The Federal Reserve raised its benchmark rate by 75 basis points on Wednesday, the third consecutive such hike, and officials expect rates to hit 4.4% this year – more than markets had expected before the meeting. and 100 basis points higher than the Fed forecast three months ago.
The dollar rose, short-term bonds sold off and Wall Street fell overnight, with moves extending into the Asian session.
The euro fell to a 20-year low of $0.9807 amid growing concerns over an escalation of war in Ukraine after Russia mobilized reservists for the first time since World War II.
The dollar index, which is up 2% this week and nearly 17% this year, rose 0.2% to a new 20-year high at 111.72. Gold fell 1%. S&P 500 futures fell 0.8% and European futures fell 2%.
The British pound hit its lowest level in 37 years and the Australian, Kiwi, Canadian and Singaporean dollars hit their lowest level in two years. The Chinese yuan hit a two-year low and the yen hovered near a 24-year low as investors awaited a Bank of Japan meeting.
MSCI’s broadest index of Asia-Pacific stocks outside Japan fell 1.4% to its lowest level since May 2020. The Japanese Nikkei fell 1% to a two-month low.
“The Fed is not going to stop any time soon and there is going to be an extended period of tight monetary policy for at least the next year,” said Sally Auld, chief investment officer at wealth manager JB Were in Sydney. .
“What else are you buying besides the US dollar right now?” she added, citing clouds of growth in Europe, Britain and China and a weak yen as Japan keeps interest rates low.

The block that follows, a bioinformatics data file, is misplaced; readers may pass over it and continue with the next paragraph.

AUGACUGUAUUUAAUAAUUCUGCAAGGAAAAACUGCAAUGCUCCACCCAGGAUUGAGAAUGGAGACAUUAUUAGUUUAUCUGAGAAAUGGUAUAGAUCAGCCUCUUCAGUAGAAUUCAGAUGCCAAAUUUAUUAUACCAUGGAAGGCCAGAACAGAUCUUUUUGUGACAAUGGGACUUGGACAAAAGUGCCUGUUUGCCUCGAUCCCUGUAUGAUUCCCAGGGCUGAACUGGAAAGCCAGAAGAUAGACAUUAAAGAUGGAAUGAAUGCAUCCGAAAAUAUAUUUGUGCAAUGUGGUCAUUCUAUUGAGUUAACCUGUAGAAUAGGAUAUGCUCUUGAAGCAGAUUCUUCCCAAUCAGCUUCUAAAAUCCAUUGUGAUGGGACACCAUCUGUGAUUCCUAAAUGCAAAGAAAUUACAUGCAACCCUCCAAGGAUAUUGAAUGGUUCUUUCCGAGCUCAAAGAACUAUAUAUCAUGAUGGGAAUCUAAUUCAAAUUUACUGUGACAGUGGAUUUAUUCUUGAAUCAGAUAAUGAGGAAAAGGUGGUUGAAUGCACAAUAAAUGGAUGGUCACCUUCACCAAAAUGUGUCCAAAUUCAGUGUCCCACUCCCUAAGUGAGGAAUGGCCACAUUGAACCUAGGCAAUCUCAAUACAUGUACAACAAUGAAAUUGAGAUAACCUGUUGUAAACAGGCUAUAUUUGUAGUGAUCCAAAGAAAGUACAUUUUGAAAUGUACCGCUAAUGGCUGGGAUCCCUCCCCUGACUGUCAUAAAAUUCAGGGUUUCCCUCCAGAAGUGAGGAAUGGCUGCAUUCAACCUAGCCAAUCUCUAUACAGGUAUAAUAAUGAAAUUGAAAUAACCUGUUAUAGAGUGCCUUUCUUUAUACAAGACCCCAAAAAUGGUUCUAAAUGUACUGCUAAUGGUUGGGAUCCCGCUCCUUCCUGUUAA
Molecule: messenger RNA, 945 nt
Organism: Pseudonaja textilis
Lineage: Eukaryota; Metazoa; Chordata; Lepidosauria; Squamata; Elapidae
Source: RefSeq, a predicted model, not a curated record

The U.S. yield curve deepened its inversion as short-term Treasuries sold off and the longer-term rallied as investors assessed the possibility of a “soft” economic landing and braced for damage to the economy. long-term growth.
The two-year yield hit 4.1320% in Asia, while the 10-year yield held steady at 3.5593%.
“The chances of a soft landing are likely to diminish to the extent that policy needs to be tighter, or tighter for longer,” Fed Chairman Jerome Powell told reporters after the hike was announced. rates.
Central bank meetings in Taiwan, Japan, the Philippines, Indonesia, Switzerland, Britain and Norway are scheduled for later today with hikes expected everywhere but Japan.
Japan confirmed its commitment to an ultra-dovish monetary policy this week by spending more than 2 trillion yen ($13.8 billion) in the past two days to maintain a 0.25% cap on bond yields. 10-year Japanese government bonds.
However, even if no policy shifts occur, Governor Haruhiko Kuroda’s views on the steep fall in the yen will come under intense scrutiny as growing unease could portend policy shifts and a dovish attitude could trigger further yen selling.
The yen is down about 20% against the dollar this year and at 144.46 to the dollar, it is close to a 24-year low.
“We see the risk of USD/JPY heading towards 147 in the coming months,” Rabobank strategist Jane Foley said in a note to clients.
The Australian and New Zealand dollars are at their lowest since mid-2020, with the Aussie down 0.7% on Thursday to $0.6586 and the Kiwi down 0.6% to $0.5816.
In commodity markets, oil slid on fears that rising interest rates could dampen demand. U.S. crude futures were flat in early trading in Asia at $83.43 a barrel. Brent futures were at $90.39.
Wheat rose overnight on fears of a wider and deeper war in Ukraine. ($1 = 144.3800 yen)